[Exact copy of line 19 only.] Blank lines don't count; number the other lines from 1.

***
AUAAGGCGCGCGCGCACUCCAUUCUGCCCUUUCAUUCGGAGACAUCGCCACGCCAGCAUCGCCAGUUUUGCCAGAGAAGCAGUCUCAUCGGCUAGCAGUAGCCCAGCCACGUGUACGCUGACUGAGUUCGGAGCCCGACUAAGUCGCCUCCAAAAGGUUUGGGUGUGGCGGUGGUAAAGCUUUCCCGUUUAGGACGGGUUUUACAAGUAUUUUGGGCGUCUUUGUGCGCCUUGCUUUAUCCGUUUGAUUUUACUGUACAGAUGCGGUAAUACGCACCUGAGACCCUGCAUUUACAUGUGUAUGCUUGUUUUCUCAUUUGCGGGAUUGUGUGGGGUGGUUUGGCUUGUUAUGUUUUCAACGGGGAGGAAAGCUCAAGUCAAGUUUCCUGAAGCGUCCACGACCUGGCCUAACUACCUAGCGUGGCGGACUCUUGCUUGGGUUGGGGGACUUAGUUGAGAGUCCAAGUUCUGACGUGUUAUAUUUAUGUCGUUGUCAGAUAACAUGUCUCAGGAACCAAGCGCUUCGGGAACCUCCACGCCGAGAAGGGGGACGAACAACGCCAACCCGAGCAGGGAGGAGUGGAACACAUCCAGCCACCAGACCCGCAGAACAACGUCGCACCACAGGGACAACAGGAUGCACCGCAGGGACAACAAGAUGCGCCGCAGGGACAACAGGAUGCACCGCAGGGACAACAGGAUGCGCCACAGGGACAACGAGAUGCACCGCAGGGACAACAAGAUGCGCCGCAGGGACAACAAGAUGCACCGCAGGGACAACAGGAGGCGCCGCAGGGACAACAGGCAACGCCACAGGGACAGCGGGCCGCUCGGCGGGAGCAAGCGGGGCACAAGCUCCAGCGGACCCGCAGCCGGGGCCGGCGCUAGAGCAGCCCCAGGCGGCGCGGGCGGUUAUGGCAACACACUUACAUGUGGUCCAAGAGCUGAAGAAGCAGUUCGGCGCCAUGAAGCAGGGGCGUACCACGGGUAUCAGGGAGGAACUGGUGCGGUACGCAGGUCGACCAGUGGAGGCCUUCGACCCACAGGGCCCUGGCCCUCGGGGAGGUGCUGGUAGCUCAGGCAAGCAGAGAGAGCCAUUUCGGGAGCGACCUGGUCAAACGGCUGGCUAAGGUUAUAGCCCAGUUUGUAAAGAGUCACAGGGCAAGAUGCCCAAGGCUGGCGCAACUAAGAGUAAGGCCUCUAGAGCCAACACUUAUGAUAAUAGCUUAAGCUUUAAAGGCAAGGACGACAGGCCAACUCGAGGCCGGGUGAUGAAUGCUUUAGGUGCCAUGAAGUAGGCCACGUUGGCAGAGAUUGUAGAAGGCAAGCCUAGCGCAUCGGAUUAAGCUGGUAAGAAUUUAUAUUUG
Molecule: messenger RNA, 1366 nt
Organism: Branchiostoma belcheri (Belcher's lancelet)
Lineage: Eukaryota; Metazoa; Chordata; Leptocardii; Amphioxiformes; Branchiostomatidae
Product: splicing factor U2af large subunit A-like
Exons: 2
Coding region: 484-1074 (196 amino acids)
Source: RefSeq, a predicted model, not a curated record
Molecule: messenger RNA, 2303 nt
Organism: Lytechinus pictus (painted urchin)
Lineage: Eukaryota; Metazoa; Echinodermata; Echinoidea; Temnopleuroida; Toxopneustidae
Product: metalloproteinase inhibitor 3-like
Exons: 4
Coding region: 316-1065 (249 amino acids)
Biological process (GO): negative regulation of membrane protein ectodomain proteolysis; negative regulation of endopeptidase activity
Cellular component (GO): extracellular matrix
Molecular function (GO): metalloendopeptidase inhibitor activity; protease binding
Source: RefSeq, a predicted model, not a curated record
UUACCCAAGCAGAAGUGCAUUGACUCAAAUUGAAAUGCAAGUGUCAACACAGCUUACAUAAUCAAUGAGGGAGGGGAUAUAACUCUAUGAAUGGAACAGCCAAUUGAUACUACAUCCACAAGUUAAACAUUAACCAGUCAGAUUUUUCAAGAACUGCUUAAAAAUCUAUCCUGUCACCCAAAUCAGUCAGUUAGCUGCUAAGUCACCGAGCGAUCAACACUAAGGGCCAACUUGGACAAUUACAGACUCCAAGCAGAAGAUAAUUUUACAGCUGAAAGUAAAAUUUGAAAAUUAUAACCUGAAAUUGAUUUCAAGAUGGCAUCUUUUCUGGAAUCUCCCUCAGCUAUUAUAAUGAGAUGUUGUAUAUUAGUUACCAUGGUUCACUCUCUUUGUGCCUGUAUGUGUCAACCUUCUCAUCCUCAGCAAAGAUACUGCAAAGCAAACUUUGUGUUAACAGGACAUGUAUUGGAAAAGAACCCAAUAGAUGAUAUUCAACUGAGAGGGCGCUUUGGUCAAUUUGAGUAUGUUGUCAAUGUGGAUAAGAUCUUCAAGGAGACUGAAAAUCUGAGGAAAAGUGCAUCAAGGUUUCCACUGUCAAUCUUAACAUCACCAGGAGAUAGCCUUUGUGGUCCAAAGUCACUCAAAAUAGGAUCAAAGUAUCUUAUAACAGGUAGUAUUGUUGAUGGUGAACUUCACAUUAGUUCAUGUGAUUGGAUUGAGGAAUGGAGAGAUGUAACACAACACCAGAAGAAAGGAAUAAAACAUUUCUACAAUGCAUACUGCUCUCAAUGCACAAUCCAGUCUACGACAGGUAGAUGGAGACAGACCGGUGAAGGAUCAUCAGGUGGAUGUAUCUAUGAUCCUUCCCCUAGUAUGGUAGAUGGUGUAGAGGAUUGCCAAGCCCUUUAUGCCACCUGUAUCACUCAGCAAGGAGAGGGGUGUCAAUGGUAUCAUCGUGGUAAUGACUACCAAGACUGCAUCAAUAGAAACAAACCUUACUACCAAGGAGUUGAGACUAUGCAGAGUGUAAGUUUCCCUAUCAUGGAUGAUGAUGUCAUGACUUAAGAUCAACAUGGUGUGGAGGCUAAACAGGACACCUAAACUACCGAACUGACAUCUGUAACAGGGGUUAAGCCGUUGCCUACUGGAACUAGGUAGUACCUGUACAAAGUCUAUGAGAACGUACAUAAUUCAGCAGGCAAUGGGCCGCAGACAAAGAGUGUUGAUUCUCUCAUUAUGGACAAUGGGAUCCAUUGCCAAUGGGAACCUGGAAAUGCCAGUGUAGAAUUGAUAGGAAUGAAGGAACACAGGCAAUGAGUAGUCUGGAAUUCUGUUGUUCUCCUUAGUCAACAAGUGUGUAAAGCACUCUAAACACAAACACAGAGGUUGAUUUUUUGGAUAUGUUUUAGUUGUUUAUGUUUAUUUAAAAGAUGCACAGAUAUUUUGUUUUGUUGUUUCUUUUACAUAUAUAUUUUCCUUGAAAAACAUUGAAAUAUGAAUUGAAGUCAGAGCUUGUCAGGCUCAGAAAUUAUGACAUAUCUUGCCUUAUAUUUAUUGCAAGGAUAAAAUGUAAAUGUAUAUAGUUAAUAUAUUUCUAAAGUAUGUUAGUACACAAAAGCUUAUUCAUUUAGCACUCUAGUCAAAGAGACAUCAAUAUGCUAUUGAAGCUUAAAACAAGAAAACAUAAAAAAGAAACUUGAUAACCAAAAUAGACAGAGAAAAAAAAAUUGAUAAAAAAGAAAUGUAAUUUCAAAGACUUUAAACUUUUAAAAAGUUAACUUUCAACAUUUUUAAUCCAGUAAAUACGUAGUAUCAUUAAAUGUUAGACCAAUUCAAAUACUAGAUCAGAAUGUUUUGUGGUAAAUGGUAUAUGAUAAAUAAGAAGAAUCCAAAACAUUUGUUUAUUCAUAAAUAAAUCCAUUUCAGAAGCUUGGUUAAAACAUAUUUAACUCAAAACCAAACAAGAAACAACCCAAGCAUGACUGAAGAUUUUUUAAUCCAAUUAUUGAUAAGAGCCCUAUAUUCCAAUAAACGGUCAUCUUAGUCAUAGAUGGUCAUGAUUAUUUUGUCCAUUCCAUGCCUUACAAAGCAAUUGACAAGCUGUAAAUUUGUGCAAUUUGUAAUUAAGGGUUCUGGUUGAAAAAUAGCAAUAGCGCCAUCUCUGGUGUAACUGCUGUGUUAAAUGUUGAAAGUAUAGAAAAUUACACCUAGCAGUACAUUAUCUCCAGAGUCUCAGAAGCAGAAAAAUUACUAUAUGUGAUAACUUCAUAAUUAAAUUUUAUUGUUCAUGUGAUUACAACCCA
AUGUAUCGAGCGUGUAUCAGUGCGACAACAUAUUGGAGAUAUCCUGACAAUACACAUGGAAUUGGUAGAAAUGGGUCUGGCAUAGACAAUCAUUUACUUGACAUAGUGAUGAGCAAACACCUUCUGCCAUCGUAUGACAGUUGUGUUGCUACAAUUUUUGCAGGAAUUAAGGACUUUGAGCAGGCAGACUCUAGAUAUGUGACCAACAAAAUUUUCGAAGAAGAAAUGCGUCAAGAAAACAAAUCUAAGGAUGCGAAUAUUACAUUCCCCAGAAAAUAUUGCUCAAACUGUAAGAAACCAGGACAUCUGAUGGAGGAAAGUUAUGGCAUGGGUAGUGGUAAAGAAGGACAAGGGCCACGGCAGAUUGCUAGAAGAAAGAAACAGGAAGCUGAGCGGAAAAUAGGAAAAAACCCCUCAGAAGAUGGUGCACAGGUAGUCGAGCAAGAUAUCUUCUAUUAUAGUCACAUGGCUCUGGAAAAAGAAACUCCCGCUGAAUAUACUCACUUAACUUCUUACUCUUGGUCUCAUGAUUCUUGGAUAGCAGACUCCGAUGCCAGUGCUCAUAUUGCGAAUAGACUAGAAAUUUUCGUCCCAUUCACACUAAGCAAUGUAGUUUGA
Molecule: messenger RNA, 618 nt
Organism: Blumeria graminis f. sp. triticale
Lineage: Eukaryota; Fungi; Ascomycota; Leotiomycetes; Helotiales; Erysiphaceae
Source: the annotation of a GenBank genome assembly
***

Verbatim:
UUACCCAAGCAGAAGUGCAUUGACUCAAAUUGAAAUGCAAGUGUCAACACAGCUUACAUAAUCAAUGAGGGAGGGGAUAUAACUCUAUGAAUGGAACAGCCAAUUGAUACUACAUCCACAAGUUAAACAUUAACCAGUCAGAUUUUUCAAGAACUGCUUAAAAAUCUAUCCUGUCACCCAAAUCAGUCAGUUAGCUGCUAAGUCACCGAGCGAUCAACACUAAGGGCCAACUUGGACAAUUACAGACUCCAAGCAGAAGAUAAUUUUACAGCUGAAAGUAAAAUUUGAAAAUUAUAACCUGAAAUUGAUUUCAAGAUGGCAUCUUUUCUGGAAUCUCCCUCAGCUAUUAUAAUGAGAUGUUGUAUAUUAGUUACCAUGGUUCACUCUCUUUGUGCCUGUAUGUGUCAACCUUCUCAUCCUCAGCAAAGAUACUGCAAAGCAAACUUUGUGUUAACAGGACAUGUAUUGGAAAAGAACCCAAUAGAUGAUAUUCAACUGAGAGGGCGCUUUGGUCAAUUUGAGUAUGUUGUCAAUGUGGAUAAGAUCUUCAAGGAGACUGAAAAUCUGAGGAAAAGUGCAUCAAGGUUUCCACUGUCAAUCUUAACAUCACCAGGAGAUAGCCUUUGUGGUCCAAAGUCACUCAAAAUAGGAUCAAAGUAUCUUAUAACAGGUAGUAUUGUUGAUGGUGAACUUCACAUUAGUUCAUGUGAUUGGAUUGAGGAAUGGAGAGAUGUAACACAACACCAGAAGAAAGGAAUAAAACAUUUCUACAAUGCAUACUGCUCUCAAUGCACAAUCCAGUCUACGACAGGUAGAUGGAGACAGACCGGUGAAGGAUCAUCAGGUGGAUGUAUCUAUGAUCCUUCCCCUAGUAUGGUAGAUGGUGUAGAGGAUUGCCAAGCCCUUUAUGCCACCUGUAUCACUCAGCAAGGAGAGGGGUGUCAAUGGUAUCAUCGUGGUAAUGACUACCAAGACUGCAUCAAUAGAAACAAACCUUACUACCAAGGAGUUGAGACUAUGCAGAGUGUAAGUUUCCCUAUCAUGGAUGAUGAUGUCAUGACUUAAGAUCAACAUGGUGUGGAGGCUAAACAGGACACCUAAACUACCGAACUGACAUCUGUAACAGGGGUUAAGCCGUUGCCUACUGGAACUAGGUAGUACCUGUACAAAGUCUAUGAGAACGUACAUAAUUCAGCAGGCAAUGGGCCGCAGACAAAGAGUGUUGAUUCUCUCAUUAUGGACAAUGGGAUCCAUUGCCAAUGGGAACCUGGAAAUGCCAGUGUAGAAUUGAUAGGAAUGAAGGAACACAGGCAAUGAGUAGUCUGGAAUUCUGUUGUUCUCCUUAGUCAACAAGUGUGUAAAGCACUCUAAACACAAACACAGAGGUUGAUUUUUUGGAUAUGUUUUAGUUGUUUAUGUUUAUUUAAAAGAUGCACAGAUAUUUUGUUUUGUUGUUUCUUUUACAUAUAUAUUUUCCUUGAAAAACAUUGAAAUAUGAAUUGAAGUCAGAGCUUGUCAGGCUCAGAAAUUAUGACAUAUCUUGCCUUAUAUUUAUUGCAAGGAUAAAAUGUAAAUGUAUAUAGUUAAUAUAUUUCUAAAGUAUGUUAGUACACAAAAGCUUAUUCAUUUAGCACUCUAGUCAAAGAGACAUCAAUAUGCUAUUGAAGCUUAAAACAAGAAAACAUAAAAAAGAAACUUGAUAACCAAAAUAGACAGAGAAAAAAAAAUUGAUAAAAAAGAAAUGUAAUUUCAAAGACUUUAAACUUUUAAAAAGUUAACUUUCAACAUUUUUAAUCCAGUAAAUACGUAGUAUCAUUAAAUGUUAGACCAAUUCAAAUACUAGAUCAGAAUGUUUUGUGGUAAAUGGUAUAUGAUAAAUAAGAAGAAUCCAAAACAUUUGUUUAUUCAUAAAUAAAUCCAUUUCAGAAGCUUGGUUAAAACAUAUUUAACUCAAAACCAAACAAGAAACAACCCAAGCAUGACUGAAGAUUUUUUAAUCCAAUUAUUGAUAAGAGCCCUAUAUUCCAAUAAACGGUCAUCUUAGUCAUAGAUGGUCAUGAUUAUUUUGUCCAUUCCAUGCCUUACAAAGCAAUUGACAAGCUGUAAAUUUGUGCAAUUUGUAAUUAAGGGUUCUGGUUGAAAAAUAGCAAUAGCGCCAUCUCUGGUGUAACUGCUGUGUUAAAUGUUGAAAGUAUAGAAAAUUACACCUAGCAGUACAUUAUCUCCAGAGUCUCAGAAGCAGAAAAAUUACUAUAUGUGAUAACUUCAUAAUUAAAUUUUAUUGUUCAUGUGAUUACAACCCA